In 1947, five local physicians had their practices at 234, 236 and 238 E. Market Street near Tannery Knob (where I-26 now comes through). Doctors George Scholl and Mel Smith were at the first two-story dwelling, doctors Harry Miller and J. Gaines Moss at the second and doctor Ray Mettetal at the third. Unlike the other five doctors, he and his family lived upstairs and had his practice downstairs.
In 1873 when Johnson City’s population was about 600, Reverend Clisbe Austin, who listed his address as “Johnson City, Washington County, State of Tennessee,” marketed a U.S non-alcoholic medicinal product known as Austin’s Liver Regulator.
According to the late Ray Stahl’s book, A Beacon to Health Care, Johnson City’s first hospital opened in 1903 when the National Home for Disabled Soldiers became a reality. Four years later, Dr. W.J. Matthews opened a modest clinic on the first floor of the Carlisle Hotel (Franklin Apartments) at E. Main and Division streets. Then in 1911, six doctors launched Memorial Hospital, a small 10-bed facility at 712 Second Street (Myrtle Avenue).
Berchie Isenberg Larkins is proud of her legendary grandpa, Jacob Artemas “Artie” Isenberg (1877-1951), one of the last horseback-riding doctors in East Tennessee. She related his story in a recent interview.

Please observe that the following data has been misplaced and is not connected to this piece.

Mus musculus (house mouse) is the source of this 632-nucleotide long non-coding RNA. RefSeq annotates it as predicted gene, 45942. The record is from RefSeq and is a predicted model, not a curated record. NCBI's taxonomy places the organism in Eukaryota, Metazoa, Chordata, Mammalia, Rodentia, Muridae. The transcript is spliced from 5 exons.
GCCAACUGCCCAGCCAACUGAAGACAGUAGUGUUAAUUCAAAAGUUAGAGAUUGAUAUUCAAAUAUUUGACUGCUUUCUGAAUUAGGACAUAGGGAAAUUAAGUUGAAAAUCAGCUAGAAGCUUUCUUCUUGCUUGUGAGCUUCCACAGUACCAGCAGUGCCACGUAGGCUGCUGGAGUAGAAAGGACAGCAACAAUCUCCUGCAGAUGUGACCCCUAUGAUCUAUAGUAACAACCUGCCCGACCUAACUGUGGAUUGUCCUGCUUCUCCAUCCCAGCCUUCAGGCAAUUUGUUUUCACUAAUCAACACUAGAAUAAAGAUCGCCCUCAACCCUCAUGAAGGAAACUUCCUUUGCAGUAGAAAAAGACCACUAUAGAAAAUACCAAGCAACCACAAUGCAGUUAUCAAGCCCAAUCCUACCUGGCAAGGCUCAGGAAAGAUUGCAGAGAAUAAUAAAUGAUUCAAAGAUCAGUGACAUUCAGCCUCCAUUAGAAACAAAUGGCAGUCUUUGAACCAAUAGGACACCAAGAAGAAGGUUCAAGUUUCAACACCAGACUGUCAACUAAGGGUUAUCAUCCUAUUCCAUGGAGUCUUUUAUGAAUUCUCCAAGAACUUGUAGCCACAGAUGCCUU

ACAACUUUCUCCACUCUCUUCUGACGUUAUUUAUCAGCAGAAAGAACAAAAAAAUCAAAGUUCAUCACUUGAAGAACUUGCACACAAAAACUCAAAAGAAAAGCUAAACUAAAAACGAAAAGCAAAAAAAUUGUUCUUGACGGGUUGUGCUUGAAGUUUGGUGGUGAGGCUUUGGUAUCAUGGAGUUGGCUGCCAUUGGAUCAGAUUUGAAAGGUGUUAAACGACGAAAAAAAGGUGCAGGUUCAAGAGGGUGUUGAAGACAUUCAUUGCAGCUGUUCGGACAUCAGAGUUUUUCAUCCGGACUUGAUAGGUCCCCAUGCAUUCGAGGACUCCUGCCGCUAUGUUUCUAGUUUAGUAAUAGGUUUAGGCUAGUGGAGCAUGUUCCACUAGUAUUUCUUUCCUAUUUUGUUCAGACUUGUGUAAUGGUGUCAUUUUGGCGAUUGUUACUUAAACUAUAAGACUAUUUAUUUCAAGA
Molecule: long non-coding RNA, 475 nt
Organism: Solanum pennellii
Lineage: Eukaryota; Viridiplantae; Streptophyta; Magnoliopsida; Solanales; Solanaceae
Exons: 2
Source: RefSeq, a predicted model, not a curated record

When I was about seven years old, my mother and I were walking in the vicinity of McClure Street just off W. Market and observed a man on the opposite side of the street who appeared to be under the influence.
Imagine attending a lecture in 1910 at the Hippodrome Opera House at W. Main and Whitney streets. The speaker is Dr. Alvin Davison of Lafayette College lecturing from his latest textbook, Health Lessons, Book 2, American Book Company. His address would likely go something like this:
My two articles concerning Dr. Artie Isenberg, an early horse-riding physician in East Tennessee, prompted a letter from Dr. Samuel Taylor Bickley, a former resident of the area. He grew up on a farm not far from the Isenberg home.
My recent Dr. Artie Isenberg article prompted Berchie Larkins to provide additional glimpses of her celebrated horseback riding grandfather. The proud granddaughter shared with me a short handwritten treatise authored by Artie on Dec. 12, 1947 titled “Just Another Book – by an Old Horseback Country Doctor – One of the Last of a Vanishing Tribe That Never Can Increase.”
A 1920 booklet titled "Did You Know? - Book of Facts, Household Recipes and other Valuable Information” from the Chattanooga Drug and Chemical Company promoted three health products and at the same time offered 20 pages of interesting reading.